Sally: In terms of designing the shoot, where did you look for inspiration?
AMD: I love Naomi Osaka. I looked to images of her, particularly ones where there’s a juxtaposition of seeing fashion in spaces where you wouldn’t expect them. In the bodega, industrial spaces… I also really wanted to bring the grit from NYC into the imagery. I wanted to celebrate the unapologetic nature of the pattern, which reflects the unapologetic nature of me.
There are a lot of direct to camera shots. Hands moving toward the camera. Energy, meant to be confrontational. I’ve never seen confrontation as bad, in fact I think great things come from those points of tension and directness. That’s a New York thing - and I really wanted to make sure that New York energy was felt.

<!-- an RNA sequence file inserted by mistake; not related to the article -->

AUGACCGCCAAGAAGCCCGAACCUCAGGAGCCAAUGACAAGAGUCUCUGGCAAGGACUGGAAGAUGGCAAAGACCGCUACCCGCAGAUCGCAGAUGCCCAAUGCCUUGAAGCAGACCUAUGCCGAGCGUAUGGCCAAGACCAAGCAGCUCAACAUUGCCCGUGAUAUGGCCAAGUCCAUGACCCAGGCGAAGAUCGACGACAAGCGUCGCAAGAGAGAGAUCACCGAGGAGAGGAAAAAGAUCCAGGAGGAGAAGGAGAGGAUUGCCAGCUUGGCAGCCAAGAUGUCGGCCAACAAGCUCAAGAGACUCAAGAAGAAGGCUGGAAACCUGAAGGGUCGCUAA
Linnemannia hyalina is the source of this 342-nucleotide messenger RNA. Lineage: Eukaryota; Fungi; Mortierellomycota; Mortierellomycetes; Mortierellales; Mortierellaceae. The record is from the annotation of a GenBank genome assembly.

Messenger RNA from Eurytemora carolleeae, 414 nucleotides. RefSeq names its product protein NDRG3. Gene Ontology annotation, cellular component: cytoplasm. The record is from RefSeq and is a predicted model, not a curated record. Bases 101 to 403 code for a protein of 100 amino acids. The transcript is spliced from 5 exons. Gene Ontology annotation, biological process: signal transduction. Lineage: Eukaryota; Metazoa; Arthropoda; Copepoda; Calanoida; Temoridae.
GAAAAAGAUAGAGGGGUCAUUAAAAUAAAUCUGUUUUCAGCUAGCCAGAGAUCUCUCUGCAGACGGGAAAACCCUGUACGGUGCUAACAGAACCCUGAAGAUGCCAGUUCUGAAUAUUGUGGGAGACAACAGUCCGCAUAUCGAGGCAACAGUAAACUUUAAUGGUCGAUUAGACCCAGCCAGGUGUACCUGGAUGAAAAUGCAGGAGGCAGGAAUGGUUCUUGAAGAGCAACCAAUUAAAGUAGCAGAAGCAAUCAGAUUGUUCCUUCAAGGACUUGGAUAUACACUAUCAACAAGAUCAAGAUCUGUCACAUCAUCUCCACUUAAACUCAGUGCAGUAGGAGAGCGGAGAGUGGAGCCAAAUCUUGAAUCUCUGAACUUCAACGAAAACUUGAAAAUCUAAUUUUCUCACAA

Sally: Did you feel nervous at all?
AMD: No. The photoshoot was such a calming, beautiful experience. Actually, Kouri physically took some of the photos because Amber (the photographer) let Kouri look through the eye hole and take the pic. There was so much love and good energy on the set. Everyone on set was able to make suggestions and try things. Lots of good play, allowing us to try things and get the best out of each other. Camille, Maggie, Rachel, Amber… it was a dream team.
Sally: I agree - it’s so critical for photoshoot sets to have the right energy. Did you have a specific playlist or artist?
AMD: Yes! In studio, we were playing this woman… Tracy G. She calls it “audio affirmations”. Listen: Love, Light And That Good Sh*t: Audio Affirmations For Today's Dope Woman